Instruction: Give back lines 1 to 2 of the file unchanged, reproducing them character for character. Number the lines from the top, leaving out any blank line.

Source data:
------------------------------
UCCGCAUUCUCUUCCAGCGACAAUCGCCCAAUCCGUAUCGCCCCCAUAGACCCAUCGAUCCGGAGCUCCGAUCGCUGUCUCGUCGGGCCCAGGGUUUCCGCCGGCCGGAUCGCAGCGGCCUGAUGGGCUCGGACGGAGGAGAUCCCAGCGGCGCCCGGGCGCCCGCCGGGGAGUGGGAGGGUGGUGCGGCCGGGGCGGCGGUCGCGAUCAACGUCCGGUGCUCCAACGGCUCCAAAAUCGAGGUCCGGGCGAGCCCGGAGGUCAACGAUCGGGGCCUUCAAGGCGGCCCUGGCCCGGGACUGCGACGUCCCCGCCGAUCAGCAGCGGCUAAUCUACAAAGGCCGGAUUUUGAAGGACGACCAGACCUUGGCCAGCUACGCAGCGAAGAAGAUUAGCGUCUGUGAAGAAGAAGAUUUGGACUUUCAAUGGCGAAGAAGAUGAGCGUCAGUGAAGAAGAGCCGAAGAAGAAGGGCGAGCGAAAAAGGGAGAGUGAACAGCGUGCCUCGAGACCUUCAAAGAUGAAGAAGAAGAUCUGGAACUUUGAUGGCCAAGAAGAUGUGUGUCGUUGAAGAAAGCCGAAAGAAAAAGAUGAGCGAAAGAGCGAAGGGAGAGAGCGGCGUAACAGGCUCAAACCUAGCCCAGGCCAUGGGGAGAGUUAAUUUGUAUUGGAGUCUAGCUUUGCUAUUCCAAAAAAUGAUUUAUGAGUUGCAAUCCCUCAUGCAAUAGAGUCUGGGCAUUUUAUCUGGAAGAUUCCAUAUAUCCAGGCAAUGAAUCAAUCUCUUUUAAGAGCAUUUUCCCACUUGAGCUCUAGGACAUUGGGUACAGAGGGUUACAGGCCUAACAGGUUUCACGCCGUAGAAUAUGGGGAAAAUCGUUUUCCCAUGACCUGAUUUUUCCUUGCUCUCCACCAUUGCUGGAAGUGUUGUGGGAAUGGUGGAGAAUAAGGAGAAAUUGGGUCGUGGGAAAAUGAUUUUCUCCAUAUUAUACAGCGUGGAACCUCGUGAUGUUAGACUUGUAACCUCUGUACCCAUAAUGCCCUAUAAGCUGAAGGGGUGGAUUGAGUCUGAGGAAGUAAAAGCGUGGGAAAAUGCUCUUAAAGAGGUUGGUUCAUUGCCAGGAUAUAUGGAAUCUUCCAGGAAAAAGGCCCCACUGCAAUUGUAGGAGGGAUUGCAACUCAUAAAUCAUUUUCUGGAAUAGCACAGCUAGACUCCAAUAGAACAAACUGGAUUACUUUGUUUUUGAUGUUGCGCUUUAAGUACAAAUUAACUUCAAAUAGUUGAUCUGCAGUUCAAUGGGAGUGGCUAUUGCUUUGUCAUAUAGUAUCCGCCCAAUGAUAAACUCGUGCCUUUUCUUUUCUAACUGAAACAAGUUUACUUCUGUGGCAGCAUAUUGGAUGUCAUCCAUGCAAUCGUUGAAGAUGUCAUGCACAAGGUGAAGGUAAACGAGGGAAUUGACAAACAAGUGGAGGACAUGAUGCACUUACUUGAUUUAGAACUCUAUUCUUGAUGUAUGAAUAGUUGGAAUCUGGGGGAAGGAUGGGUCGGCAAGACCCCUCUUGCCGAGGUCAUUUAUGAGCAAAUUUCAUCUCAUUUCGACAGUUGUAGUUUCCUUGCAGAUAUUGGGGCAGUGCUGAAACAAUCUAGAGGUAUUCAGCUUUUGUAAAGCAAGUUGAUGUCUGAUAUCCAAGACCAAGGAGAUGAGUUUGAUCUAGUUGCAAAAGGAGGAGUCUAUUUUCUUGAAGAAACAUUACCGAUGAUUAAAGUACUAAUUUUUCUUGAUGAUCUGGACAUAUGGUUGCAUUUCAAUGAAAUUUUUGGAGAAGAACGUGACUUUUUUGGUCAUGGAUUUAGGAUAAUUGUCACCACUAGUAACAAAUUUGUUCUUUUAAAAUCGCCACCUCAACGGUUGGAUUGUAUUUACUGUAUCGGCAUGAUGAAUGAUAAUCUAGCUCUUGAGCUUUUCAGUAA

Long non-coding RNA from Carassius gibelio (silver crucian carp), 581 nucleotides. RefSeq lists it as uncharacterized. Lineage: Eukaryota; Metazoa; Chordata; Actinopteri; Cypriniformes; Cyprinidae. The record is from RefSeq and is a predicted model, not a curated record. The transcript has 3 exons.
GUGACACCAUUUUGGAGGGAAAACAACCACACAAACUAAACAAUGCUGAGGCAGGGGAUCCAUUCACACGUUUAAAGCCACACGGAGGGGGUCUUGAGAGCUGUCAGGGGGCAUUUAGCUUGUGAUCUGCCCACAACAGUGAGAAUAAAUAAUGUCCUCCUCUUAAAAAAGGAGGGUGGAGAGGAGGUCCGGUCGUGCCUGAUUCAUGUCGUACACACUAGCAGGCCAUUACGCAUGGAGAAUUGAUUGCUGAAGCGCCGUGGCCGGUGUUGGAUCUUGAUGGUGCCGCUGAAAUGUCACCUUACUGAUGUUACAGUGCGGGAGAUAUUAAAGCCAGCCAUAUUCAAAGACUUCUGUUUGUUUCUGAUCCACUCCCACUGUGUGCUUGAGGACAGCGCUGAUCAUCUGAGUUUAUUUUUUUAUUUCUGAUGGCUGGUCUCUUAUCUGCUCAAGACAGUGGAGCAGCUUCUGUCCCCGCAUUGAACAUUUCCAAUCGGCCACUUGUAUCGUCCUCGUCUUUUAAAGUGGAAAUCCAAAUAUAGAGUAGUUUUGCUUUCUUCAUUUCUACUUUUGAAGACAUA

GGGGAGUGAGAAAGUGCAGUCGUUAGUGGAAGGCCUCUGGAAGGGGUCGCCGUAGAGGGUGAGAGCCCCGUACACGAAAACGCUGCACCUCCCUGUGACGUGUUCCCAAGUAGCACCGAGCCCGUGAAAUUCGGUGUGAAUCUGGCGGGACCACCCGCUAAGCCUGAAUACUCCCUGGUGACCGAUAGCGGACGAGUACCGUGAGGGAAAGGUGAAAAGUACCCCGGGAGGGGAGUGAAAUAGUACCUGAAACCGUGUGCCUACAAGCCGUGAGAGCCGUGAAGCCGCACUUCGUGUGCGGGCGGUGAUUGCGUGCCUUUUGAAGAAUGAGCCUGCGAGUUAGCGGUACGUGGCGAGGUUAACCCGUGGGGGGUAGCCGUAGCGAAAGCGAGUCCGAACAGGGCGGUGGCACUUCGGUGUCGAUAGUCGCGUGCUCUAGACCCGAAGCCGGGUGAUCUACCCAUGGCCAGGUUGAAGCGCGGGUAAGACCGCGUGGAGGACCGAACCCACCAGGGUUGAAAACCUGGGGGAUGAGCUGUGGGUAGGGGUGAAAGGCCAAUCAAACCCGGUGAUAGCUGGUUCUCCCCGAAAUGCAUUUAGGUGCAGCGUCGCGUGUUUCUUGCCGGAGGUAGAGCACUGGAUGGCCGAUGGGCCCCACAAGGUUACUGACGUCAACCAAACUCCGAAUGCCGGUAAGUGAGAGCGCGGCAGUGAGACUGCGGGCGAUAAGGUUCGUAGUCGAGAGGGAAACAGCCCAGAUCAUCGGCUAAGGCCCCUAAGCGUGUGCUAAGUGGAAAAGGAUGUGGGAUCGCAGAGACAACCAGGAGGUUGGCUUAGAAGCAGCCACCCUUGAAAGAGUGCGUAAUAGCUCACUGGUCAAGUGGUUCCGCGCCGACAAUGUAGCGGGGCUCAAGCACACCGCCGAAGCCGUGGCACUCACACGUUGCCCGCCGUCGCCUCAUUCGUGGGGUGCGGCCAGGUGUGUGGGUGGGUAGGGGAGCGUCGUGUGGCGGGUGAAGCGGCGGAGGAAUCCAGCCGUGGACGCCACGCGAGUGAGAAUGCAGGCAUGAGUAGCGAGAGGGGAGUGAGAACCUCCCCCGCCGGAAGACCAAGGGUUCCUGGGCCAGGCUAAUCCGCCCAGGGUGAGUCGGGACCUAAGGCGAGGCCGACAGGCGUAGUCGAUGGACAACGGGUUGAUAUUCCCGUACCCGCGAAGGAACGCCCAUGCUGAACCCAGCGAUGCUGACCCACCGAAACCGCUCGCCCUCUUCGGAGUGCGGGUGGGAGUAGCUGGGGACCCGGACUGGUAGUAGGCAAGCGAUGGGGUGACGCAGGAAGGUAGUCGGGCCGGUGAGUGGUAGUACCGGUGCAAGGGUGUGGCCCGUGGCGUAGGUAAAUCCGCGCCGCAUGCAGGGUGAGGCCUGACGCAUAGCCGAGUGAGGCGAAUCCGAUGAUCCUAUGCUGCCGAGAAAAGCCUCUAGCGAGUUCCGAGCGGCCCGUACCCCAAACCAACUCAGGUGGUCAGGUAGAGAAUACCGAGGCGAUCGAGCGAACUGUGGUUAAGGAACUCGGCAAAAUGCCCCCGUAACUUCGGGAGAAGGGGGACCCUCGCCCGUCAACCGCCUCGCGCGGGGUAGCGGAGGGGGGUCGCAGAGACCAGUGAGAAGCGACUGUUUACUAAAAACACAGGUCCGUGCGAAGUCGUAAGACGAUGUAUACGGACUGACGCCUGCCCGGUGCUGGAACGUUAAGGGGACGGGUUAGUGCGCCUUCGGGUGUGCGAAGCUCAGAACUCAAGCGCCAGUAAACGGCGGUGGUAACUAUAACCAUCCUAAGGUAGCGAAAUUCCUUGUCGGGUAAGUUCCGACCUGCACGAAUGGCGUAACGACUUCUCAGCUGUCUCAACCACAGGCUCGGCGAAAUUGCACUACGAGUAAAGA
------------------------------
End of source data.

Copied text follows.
UCCGCAUUCUCUUCCAGCGACAAUCGCCCAAUCCGUAUCGCCCCCAUAGACCCAUCGAUCCGGAGCUCCGAUCGCUGUCUCGUCGGGCCCAGGGUUUCCGCCGGCCGGAUCGCAGCGGCCUGAUGGGCUCGGACGGAGGAGAUCCCAGCGGCGCCCGGGCGCCCGCCGGGGAGUGGGAGGGUGGUGCGGCCGGGGCGGCGGUCGCGAUCAACGUCCGGUGCUCCAACGGCUCCAAAAUCGAGGUCCGGGCGAGCCCGGAGGUCAACGAUCGGGGCCUUCAAGGCGGCCCUGGCCCGGGACUGCGACGUCCCCGCCGAUCAGCAGCGGCUAAUCUACAAAGGCCGGAUUUUGAAGGACGACCAGACCUUGGCCAGCUACGCAGCGAAGAAGAUUAGCGUCUGUGAAGAAGAAGAUUUGGACUUUCAAUGGCGAAGAAGAUGAGCGUCAGUGAAGAAGAGCCGAAGAAGAAGGGCGAGCGAAAAAGGGAGAGUGAACAGCGUGCCUCGAGACCUUCAAAGAUGAAGAAGAAGAUCUGGAACUUUGAUGGCCAAGAAGAUGUGUGUCGUUGAAGAAAGCCGAAAGAAAAAGAUGAGCGAAAGAGCGAAGGGAGAGAGCGGCGUAACAGGCUCAAACCUAGCCCAGGCCAUGGGGAGAGUUAAUUUGUAUUGGAGUCUAGCUUUGCUAUUCCAAAAAAUGAUUUAUGAGUUGCAAUCCCUCAUGCAAUAGAGUCUGGGCAUUUUAUCUGGAAGAUUCCAUAUAUCCAGGCAAUGAAUCAAUCUCUUUUAAGAGCAUUUUCCCACUUGAGCUCUAGGACAUUGGGUACAGAGGGUUACAGGCCUAACAGGUUUCACGCCGUAGAAUAUGGGGAAAAUCGUUUUCCCAUGACCUGAUUUUUCCUUGCUCUCCACCAUUGCUGGAAGUGUUGUGGGAAUGGUGGAGAAUAAGGAGAAAUUGGGUCGUGGGAAAAUGAUUUUCUCCAUAUUAUACAGCGUGGAACCUCGUGAUGUUAGACUUGUAACCUCUGUACCCAUAAUGCCCUAUAAGCUGAAGGGGUGGAUUGAGUCUGAGGAAGUAAAAGCGUGGGAAAAUGCUCUUAAAGAGGUUGGUUCAUUGCCAGGAUAUAUGGAAUCUUCCAGGAAAAAGGCCCCACUGCAAUUGUAGGAGGGAUUGCAACUCAUAAAUCAUUUUCUGGAAUAGCACAGCUAGACUCCAAUAGAACAAACUGGAUUACUUUGUUUUUGAUGUUGCGCUUUAAGUACAAAUUAACUUCAAAUAGUUGAUCUGCAGUUCAAUGGGAGUGGCUAUUGCUUUGUCAUAUAGUAUCCGCCCAAUGAUAAACUCGUGCCUUUUCUUUUCUAACUGAAACAAGUUUACUUCUGUGGCAGCAUAUUGGAUGUCAUCCAUGCAAUCGUUGAAGAUGUCAUGCACAAGGUGAAGGUAAACGAGGGAAUUGACAAACAAGUGGAGGACAUGAUGCACUUACUUGAUUUAGAACUCUAUUCUUGAUGUAUGAAUAGUUGGAAUCUGGGGGAAGGAUGGGUCGGCAAGACCCCUCUUGCCGAGGUCAUUUAUGAGCAAAUUUCAUCUCAUUUCGACAGUUGUAGUUUCCUUGCAGAUAUUGGGGCAGUGCUGAAACAAUCUAGAGGUAUUCAGCUUUUGUAAAGCAAGUUGAUGUCUGAUAUCCAAGACCAAGGAGAUGAGUUUGAUCUAGUUGCAAAAGGAGGAGUCUAUUUUCUUGAAGAAACAUUACCGAUGAUUAAAGUACUAAUUUUUCUUGAUGAUCUGGACAUAUGGUUGCAUUUCAAUGAAAUUUUUGGAGAAGAACGUGACUUUUUUGGUCAUGGAUUUAGGAUAAUUGUCACCACUAGUAACAAAUUUGUUCUUUUAAAAUCGCCACCUCAACGGUUGGAUUGUAUUUACUGUAUCGGCAUGAUGAAUGAUAAUCUAGCUCUUGAGCUUUUCAGUAA

Long non-coding RNA from Carassius gibelio (silver crucian carp), 581 nucleotides. RefSeq lists it as uncharacterized. Lineage: Eukaryota; Metazoa; Chordata; Actinopteri; Cypriniformes; Cyprinidae. The record is from RefSeq and is a predicted model, not a curated record. The transcript has 3 exons.